If an entry word is a verb followed by a preposition, this tells you to use two words in together. An alternate preposition may also be found in parenthesis following the two words:

Entry Word: comply with
Function: verb
Text: 1 to act according to the commands of <the guards ran to comply with their ruler's orders>

hold off on
Function: verb
Text: to assign to a later time <held off on accepting the invitation in the hopes that something better would come along>

knock about
Function: verb
Text: to move about from place to place aimlessly <we knocked about from town to town>

If there are two words inside parentheses and they are separated by or, then either word can be used with the verb:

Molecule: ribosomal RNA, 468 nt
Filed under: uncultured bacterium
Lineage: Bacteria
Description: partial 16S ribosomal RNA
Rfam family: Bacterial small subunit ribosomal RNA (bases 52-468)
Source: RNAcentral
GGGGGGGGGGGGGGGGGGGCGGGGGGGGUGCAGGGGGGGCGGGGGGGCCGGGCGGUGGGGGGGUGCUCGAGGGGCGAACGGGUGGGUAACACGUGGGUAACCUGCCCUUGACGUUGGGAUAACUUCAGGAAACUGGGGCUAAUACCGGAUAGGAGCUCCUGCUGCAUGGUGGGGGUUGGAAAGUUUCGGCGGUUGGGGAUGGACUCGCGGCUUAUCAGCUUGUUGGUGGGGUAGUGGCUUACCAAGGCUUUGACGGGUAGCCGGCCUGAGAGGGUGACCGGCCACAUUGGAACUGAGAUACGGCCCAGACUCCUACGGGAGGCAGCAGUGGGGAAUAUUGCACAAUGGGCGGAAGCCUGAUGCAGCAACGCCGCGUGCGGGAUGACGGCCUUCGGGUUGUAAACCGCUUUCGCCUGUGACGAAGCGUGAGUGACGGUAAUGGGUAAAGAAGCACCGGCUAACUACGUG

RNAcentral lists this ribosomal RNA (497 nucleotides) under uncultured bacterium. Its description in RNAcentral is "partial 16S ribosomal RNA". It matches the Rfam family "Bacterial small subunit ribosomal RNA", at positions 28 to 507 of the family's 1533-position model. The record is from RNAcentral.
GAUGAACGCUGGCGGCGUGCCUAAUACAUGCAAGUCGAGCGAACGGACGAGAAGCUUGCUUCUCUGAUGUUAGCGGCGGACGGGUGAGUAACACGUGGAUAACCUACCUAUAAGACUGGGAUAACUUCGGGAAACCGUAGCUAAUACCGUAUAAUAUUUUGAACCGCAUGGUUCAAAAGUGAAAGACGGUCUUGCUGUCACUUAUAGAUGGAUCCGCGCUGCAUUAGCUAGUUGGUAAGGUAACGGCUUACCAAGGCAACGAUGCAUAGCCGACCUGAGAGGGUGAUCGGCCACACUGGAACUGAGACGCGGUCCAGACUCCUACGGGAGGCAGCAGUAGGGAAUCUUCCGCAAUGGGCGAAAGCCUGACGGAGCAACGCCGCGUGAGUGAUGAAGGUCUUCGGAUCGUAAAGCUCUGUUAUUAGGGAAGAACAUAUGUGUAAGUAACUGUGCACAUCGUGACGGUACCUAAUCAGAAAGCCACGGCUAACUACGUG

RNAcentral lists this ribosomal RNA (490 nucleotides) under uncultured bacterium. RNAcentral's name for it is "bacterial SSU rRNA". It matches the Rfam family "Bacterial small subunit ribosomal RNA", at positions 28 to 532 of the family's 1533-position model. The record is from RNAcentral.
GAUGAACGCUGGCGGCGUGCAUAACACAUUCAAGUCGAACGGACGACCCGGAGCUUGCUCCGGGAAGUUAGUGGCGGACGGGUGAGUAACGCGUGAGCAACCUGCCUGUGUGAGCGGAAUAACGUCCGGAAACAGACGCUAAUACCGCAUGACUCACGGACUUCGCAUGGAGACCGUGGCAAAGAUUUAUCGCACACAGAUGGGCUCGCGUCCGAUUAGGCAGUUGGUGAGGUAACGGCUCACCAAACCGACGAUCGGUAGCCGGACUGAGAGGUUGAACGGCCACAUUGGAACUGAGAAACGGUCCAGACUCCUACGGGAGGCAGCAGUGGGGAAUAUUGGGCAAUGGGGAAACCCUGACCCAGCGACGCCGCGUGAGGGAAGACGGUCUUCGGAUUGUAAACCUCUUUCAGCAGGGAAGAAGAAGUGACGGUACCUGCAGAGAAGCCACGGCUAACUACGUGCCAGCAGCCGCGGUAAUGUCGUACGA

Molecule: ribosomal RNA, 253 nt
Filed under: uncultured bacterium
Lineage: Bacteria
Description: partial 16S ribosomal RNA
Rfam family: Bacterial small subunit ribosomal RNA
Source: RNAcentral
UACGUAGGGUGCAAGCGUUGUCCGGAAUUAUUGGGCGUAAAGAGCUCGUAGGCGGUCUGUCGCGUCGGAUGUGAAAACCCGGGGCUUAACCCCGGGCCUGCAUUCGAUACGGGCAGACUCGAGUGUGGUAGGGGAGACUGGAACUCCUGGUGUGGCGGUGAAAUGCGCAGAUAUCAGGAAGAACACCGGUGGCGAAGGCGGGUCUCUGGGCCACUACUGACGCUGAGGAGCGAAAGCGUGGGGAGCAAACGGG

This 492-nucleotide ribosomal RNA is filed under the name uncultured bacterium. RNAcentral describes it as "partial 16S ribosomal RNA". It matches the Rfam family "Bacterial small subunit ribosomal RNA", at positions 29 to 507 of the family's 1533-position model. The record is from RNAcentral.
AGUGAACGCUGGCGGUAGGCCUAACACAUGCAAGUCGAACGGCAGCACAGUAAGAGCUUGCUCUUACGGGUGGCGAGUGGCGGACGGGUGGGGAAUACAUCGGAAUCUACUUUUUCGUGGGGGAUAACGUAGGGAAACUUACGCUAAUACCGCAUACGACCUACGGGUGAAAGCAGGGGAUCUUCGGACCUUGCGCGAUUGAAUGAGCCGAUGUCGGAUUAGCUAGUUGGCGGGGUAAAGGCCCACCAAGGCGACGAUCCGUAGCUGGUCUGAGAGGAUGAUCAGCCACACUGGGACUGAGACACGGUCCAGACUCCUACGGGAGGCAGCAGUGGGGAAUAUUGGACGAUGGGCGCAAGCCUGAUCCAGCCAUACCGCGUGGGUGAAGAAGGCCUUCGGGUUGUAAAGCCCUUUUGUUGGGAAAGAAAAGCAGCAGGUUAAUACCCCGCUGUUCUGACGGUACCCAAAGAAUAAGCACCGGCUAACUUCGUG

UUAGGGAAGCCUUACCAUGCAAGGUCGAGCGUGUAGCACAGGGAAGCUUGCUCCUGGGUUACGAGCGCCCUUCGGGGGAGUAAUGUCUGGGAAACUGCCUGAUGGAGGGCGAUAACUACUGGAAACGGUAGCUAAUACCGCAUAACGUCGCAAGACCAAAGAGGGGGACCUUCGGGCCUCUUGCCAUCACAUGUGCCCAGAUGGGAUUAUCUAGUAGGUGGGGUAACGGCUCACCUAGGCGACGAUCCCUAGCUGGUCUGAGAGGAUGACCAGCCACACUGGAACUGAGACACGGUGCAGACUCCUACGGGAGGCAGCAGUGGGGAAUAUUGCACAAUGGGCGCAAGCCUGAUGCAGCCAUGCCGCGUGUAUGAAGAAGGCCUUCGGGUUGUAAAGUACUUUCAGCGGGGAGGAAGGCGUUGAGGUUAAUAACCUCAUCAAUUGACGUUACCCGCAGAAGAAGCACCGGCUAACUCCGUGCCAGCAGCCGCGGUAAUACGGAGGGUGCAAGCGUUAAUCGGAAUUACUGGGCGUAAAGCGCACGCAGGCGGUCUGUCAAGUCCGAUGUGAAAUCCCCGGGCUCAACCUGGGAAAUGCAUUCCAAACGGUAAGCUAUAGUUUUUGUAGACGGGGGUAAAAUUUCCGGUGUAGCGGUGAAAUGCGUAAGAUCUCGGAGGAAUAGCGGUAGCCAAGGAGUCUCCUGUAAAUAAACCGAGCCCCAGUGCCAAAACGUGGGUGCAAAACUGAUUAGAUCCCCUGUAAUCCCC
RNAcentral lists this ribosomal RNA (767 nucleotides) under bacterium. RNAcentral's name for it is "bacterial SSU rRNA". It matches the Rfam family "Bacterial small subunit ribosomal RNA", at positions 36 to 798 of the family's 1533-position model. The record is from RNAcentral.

Entry Word: fit in or into
Function: verb
Text: to put among or between others <do you think you can fit this picture into the album?> <I can fit you in between my two o'clock and three o'clock appointments>

These verbs appear in the synonym lists followed by their customary adverb or preposition in parentheses. These entries are treated this way in the thesaurus because such verb combinations are not the usual form of dictionary entries, but it is only when the verb is used with the adverb or preposition that it matches the shared meaning of its synonym group.

When the meaning of a verb requires a direct object, all of the words in the synonym list take a direct object. If a verb does not take an object, none of the synonyms will take an object.

If you can't figure out from the shared meaning whether a word should have a direct object, or what kind of direct object it should have, you can look at how the verb is used in the verbal illustration.